Celine Sciamma’s “Portrait of a Lady on Fire” was the first French film I ever watched. I had never thought that a film with sparse dialogue and devoid of a score could make me feel so many things. It was unlike anything I had ever watched before and I knew then that I was watching an artist’s masterpiece. It came as no surprise that Sciamma’s “Petite Maman” rocketed to the top of my movie list the second it was released. I watched “Petite Maman” at a nearly empty screening at Ann Arbor’s State Theatre, and yet I hardly noticed my solitude.
“Petite Maman” follows Nelly (Joséphine Sanz, debut), an 8-year-old girl who has just lost her grandmother. Nelly and her parents return to clean out the house that her mother grew up in. In typical 8-year-old fashion, Nelly’s curiosity leads her to explore the house and the woods behind it, and she meets a girl of the same age named Marion, (Gabrielle Sanz, debut) with whom she has an instant and strangely familiar connection. Their connection is made even more intriguing, given that Marion looks identical to Nelly and shares a name with Nelly’s mother. It is a story of grief, friendship and love through a child’s eyes.
Sciamma’s style is at the forefront in this movie, as she once again relies on silent scenes and sounds of nature to convey emotion. It’s a film about a child, yet it’s not a children’s film. Nelly reminded me so much of myself as a kid. She conducts herself the way you would expect an 8-year-old to — full of curiosity and eager to explore — but she’s also introspective and quiet. She doesn’t quite say what she’s feeling to anyone, yet with every scene, you can tell exactly what she’s thinking. This speaks to the astounding performance of Joséphine Sanz as well as her twin, Gabrielle Sanz, who plays Marion with the same force of personality. Sciamma excels in portraying the view of the world that we all had in childhood: one where the days consisted of exploration and asking questions, there are no inhibitions and you can make a new friend by helping them build a treehouse, no introductions necessary.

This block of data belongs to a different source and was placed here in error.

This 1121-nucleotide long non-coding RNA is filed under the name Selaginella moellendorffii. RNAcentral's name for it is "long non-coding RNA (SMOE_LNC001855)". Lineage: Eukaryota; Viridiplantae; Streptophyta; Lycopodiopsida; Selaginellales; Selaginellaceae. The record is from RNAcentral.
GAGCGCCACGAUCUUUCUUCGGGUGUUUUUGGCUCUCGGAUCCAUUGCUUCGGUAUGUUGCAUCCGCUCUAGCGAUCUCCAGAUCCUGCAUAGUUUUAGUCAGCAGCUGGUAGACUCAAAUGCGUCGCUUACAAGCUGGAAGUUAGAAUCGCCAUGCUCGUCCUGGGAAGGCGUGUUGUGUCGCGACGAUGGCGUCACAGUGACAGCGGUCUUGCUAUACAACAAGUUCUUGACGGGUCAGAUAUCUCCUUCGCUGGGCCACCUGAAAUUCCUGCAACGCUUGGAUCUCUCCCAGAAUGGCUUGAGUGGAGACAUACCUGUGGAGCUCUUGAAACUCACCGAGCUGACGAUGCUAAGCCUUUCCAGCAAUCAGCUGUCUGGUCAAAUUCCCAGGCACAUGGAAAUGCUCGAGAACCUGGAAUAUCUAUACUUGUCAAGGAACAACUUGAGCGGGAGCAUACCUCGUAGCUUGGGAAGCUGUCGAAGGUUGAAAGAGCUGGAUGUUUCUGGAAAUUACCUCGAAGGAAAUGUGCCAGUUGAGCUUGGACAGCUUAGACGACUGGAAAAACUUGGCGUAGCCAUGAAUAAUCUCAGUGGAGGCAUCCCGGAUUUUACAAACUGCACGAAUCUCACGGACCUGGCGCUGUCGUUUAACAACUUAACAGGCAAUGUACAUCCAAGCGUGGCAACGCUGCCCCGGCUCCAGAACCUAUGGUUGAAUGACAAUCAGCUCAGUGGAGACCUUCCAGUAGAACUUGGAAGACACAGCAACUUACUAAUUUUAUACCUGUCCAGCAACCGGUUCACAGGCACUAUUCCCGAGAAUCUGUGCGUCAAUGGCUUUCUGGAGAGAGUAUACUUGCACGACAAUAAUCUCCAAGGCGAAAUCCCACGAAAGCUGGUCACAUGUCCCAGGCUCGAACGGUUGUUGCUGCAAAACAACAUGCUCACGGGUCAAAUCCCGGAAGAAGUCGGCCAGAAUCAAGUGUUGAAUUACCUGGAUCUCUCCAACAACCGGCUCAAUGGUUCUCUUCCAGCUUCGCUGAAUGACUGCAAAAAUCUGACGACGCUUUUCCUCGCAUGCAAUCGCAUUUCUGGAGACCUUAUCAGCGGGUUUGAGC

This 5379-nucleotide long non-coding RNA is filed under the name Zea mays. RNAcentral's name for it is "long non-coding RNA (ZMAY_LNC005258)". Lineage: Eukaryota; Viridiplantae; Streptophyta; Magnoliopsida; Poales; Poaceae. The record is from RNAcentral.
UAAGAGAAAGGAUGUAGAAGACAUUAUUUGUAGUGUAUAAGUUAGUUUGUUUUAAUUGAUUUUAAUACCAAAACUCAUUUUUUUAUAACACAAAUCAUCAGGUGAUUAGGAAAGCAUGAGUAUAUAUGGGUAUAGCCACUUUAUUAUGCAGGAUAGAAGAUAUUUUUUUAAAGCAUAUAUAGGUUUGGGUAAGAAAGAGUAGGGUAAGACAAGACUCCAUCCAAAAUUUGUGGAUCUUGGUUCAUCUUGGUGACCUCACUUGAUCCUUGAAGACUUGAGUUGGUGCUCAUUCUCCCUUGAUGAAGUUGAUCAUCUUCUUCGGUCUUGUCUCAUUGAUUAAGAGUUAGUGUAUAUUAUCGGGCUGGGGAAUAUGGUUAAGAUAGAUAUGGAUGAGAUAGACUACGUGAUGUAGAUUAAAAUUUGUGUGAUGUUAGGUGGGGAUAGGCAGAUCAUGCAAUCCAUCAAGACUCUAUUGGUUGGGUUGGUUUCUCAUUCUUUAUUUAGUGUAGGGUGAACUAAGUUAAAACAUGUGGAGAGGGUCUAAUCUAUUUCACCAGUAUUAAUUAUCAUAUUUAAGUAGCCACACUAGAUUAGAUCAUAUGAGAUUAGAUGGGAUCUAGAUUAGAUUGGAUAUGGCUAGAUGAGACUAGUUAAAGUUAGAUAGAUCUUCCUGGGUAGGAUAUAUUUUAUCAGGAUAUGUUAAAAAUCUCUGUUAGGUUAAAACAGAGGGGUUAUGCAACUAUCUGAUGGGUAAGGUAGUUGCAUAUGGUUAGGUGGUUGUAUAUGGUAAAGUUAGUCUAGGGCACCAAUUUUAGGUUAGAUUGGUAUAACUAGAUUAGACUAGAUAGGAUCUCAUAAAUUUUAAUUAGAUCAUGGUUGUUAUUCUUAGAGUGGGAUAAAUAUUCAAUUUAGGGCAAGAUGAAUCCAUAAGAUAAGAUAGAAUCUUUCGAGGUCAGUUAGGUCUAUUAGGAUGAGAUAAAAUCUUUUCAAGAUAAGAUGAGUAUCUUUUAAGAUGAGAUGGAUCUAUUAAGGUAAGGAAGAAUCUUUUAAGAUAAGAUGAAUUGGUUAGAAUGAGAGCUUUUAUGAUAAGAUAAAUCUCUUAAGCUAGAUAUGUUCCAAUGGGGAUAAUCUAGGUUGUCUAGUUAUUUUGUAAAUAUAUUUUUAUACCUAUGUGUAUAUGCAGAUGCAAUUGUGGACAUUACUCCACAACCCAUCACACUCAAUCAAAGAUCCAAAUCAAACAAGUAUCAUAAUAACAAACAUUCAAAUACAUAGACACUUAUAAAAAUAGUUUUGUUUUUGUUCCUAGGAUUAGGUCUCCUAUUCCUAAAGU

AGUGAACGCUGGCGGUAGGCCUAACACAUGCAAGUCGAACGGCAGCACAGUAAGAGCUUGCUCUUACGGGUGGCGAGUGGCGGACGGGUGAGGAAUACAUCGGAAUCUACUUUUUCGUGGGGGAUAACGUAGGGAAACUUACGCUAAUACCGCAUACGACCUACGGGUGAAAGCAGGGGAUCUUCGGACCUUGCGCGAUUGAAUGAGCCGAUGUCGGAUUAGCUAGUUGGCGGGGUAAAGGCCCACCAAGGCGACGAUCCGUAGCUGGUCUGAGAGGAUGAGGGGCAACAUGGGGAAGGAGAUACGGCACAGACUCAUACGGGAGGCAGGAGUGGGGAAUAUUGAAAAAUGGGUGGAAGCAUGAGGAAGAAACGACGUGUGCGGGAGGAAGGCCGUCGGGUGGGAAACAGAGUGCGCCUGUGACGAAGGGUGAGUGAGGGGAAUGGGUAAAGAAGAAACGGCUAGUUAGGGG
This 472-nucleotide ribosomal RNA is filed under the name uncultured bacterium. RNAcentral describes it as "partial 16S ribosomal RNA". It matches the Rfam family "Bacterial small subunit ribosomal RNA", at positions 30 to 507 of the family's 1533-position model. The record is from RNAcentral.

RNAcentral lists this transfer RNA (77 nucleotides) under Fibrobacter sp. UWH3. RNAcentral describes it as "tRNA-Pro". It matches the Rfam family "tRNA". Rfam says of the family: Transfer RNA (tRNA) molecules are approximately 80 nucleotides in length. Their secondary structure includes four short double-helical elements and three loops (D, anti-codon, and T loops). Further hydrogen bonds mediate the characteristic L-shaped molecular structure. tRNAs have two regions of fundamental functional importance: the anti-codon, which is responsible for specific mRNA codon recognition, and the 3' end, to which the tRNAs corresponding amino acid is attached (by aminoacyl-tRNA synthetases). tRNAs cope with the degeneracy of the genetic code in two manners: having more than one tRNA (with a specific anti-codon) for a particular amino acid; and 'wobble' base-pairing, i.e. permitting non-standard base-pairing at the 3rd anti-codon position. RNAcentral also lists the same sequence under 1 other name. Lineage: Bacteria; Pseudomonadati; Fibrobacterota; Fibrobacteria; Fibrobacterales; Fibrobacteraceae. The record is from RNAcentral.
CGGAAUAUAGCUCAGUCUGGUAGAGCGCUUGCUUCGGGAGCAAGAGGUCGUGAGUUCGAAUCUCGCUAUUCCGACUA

Sciamma invites the viewer to look at the world in the way that Nelly does — patiently, with purpose and with an open mind. Nothing about the film is shocking and there are no moments of violent emotion. Rather, every revelation comes about gradually, and emotional moments are built up over time. The two girls are serious, almost stoic for their age. Yet, when we see them act out a fake crime drama or make pancakes together, we can see the story for what it really is: a private fantasy world of their own, one that every viewer is invited to take part in.
In a film where dialogue is sparse, every word is delivered with purpose and has so many meanings behind it. In yet another masterpiece, Sciamma states that the world can be a much more beautiful place in the eyes of a child. “Petite Maman” shows us that many emotions like love and grief are never stagnant, but constantly defined and redefined by everyone’s experiences.
Daily Arts Writer Swara Ramaswamy can be reached at email@example.com.